Direct communication between the ambulance team and the neurology department was established via a telephone number that, once activated, meant that prenotification, the priority action that kickstarts an optimised stroke pathway, was in place.
Next, it turned out to be really hard to convince the administration of the need for a home hospitalisation unit (HAD) that could care for stroke patients in their own homes. There simply wasn’t room in the hospital’s budget for a special vehicle and a dedicated team.
It’s fortunate, therefore, that Prof Badsi was able to convince a private donor to fund a service she had observed in Italy and France. The HAD unit is a win-win solution that lets patients access nursing care, physiotherapy and psychology services at home, and simultaneously frees up beds in the stroke unit at Oran University Hospital.
Ambition is devotion
Closing the gap between services available to stroke patients in Western Europe and those in her own country is Prof Badsi’s explicit goal. She is ambitious, too. For example, Oran may only have one ambulance for now, but ultimately she aims to replicate Germany’s so-
called red ambulance – a specialised stroke ambulance equipped with a portable CT scanner and a point-of-care laboratory that drastically reduces time to treatment.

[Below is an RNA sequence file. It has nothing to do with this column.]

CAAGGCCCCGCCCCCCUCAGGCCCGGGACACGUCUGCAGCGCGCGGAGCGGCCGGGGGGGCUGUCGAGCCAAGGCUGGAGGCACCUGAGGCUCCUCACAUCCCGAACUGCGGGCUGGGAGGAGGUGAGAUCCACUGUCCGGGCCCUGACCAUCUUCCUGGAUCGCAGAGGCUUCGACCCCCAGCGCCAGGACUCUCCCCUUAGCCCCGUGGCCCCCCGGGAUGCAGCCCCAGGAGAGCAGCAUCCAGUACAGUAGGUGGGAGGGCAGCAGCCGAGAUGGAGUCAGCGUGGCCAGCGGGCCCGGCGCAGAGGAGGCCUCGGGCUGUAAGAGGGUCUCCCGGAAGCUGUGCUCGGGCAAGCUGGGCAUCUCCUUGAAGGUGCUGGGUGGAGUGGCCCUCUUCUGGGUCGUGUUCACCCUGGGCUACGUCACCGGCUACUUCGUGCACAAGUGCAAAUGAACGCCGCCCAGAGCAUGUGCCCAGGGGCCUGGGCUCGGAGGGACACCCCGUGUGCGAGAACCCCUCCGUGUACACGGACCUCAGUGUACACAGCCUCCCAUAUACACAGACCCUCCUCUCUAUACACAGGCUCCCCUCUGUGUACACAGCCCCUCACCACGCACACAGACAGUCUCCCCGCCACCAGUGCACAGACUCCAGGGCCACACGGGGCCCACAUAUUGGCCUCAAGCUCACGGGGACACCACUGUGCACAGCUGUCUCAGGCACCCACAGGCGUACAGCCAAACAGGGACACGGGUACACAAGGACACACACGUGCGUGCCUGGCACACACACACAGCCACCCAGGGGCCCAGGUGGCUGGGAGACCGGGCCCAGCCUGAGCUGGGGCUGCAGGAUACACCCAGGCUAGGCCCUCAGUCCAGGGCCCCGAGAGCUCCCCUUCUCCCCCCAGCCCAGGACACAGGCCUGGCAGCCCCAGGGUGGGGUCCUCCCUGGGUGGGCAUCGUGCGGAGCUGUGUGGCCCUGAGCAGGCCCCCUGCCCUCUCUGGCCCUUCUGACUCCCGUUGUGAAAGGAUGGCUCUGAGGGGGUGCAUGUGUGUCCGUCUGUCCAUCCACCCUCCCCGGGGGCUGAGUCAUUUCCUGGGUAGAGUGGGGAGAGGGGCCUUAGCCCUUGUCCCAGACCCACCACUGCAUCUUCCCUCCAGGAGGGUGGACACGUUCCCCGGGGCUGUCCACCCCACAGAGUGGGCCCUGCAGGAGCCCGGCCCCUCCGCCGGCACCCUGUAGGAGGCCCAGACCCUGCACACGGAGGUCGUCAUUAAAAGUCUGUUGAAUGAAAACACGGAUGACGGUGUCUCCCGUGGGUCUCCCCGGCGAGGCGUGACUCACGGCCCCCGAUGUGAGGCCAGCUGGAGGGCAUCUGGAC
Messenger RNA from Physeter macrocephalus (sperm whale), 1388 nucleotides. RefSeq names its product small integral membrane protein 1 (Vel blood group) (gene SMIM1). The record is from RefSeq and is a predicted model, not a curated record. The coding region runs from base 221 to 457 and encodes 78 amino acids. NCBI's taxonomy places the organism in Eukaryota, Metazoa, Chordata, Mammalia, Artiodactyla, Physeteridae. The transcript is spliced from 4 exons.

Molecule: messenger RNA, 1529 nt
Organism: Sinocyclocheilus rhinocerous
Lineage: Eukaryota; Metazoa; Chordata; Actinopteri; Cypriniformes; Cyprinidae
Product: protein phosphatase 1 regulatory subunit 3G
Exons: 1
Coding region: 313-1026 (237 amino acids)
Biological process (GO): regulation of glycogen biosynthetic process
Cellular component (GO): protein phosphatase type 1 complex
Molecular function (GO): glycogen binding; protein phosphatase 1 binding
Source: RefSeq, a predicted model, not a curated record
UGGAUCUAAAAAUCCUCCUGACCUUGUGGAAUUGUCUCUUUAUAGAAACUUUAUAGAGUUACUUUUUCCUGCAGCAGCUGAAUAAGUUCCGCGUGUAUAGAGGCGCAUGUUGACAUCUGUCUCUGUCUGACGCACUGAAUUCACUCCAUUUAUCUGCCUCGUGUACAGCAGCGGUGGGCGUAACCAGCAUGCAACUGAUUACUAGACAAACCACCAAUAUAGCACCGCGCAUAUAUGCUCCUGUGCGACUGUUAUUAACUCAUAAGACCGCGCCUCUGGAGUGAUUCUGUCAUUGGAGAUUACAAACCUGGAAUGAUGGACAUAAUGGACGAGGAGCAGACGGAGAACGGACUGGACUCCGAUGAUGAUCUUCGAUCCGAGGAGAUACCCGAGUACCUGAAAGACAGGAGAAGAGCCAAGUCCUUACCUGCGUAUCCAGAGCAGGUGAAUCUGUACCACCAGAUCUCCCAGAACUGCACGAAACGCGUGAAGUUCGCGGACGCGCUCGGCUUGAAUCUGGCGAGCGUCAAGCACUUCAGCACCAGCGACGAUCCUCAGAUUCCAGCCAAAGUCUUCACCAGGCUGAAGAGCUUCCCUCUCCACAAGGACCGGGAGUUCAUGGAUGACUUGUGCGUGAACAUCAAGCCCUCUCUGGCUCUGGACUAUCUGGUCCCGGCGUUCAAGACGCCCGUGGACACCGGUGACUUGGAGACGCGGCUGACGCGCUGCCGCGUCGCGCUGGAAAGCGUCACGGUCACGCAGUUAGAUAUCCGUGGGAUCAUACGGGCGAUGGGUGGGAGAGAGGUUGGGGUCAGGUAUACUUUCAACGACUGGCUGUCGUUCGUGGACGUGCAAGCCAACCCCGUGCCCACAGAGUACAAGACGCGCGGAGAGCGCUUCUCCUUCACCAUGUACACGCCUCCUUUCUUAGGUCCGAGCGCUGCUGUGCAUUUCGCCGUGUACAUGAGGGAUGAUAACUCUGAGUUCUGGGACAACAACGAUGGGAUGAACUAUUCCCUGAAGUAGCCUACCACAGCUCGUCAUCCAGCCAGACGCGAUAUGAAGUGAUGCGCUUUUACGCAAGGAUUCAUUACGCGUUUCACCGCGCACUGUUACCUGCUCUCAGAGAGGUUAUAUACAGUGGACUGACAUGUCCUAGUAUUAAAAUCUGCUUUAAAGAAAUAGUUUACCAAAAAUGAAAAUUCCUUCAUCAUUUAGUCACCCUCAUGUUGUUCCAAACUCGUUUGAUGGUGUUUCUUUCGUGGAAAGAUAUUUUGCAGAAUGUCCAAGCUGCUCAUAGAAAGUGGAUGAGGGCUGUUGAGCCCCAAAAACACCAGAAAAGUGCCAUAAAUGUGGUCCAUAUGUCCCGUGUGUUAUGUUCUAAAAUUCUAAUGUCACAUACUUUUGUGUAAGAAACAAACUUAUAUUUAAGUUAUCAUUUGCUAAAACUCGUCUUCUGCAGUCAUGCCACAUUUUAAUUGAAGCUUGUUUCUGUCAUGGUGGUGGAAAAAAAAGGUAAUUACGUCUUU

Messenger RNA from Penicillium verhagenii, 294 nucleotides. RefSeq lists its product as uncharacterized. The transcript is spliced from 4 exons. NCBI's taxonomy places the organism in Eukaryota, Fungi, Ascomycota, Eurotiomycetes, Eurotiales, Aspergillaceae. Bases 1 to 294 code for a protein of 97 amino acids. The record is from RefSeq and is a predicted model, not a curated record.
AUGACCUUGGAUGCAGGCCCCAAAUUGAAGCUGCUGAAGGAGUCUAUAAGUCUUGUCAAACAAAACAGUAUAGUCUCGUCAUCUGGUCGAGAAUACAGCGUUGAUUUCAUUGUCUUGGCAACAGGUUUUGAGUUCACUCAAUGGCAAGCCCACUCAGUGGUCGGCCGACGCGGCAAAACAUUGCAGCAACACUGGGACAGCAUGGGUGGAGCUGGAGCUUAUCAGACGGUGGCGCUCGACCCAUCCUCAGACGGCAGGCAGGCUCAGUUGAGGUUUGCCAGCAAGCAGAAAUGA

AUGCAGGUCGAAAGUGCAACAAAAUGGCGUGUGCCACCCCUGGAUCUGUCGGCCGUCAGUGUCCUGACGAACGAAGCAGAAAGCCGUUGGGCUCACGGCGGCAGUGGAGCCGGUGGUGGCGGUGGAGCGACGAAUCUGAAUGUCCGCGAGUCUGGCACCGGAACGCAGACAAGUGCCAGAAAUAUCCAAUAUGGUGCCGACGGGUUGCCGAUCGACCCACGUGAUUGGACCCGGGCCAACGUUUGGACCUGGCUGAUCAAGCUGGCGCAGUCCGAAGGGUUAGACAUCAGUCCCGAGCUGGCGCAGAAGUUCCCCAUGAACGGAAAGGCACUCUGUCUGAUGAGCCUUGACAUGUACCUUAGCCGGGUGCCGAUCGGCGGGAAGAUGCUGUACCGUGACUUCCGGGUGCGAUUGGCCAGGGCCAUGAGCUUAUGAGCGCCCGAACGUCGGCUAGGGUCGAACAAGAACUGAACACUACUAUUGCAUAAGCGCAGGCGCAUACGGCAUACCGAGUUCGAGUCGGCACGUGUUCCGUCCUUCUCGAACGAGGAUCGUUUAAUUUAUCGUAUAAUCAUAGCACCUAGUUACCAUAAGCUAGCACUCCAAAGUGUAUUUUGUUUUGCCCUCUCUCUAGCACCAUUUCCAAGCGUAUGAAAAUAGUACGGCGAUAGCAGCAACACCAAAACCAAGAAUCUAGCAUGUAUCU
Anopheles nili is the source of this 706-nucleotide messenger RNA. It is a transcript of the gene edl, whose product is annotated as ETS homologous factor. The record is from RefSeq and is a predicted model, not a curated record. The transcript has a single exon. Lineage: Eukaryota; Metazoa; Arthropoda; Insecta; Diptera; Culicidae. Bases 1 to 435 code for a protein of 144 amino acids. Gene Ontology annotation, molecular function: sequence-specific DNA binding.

Her ambition is rooted in deep devotion to her homeland – a quality that runs throughout this family of doctors nearly all of whom return from France to provide care to their fellow Algerians.
It’s her mother’s love of country that influences them, Prof Badsi says, just like it’s her cardiologist father who stirred her interest in emergency medicine, and her maternal grandfather who set the example of reformer and mobiliser as the founder of the humanitarian organisation, the Algerian Red Crescent.
Ambition also drives her collaboration with the Angels Initiative to create a regional network of stroke-ready centres and offer immersion learning to doctors and nurses from other hospitals. Indeed, the first thing Prof Badsi did after her team won its first diamond award was to invite doctors from elsewhere in the country to a webinar to explain how they did it.
“Impossible is nothing”
Ask Prof Badsi about her goals, and the answer is “more” – more and more centres, more and more trained doctors, more and more awards. In a nutshell: “I plan to stay in the country and keep doing the impossible to make things better.”
The reference to impossible evokes a kindred spirit – that of a certain boxing heavyweight dubbed The Greatest who had more insights to offer about “impossible” than the three-word slogan adopted by Nike suggests:
"Impossible is just a big word thrown around by small men who find it easier to live in the world they’ve been given than to explore the power they have to change
it. Impossible is not a fact. It’s an opinion. Impossible is not a declaration. It’s a dare. Impossible is potential. Impossible is temporary...”
In Oran, Algeria, the impossible is also something that you do.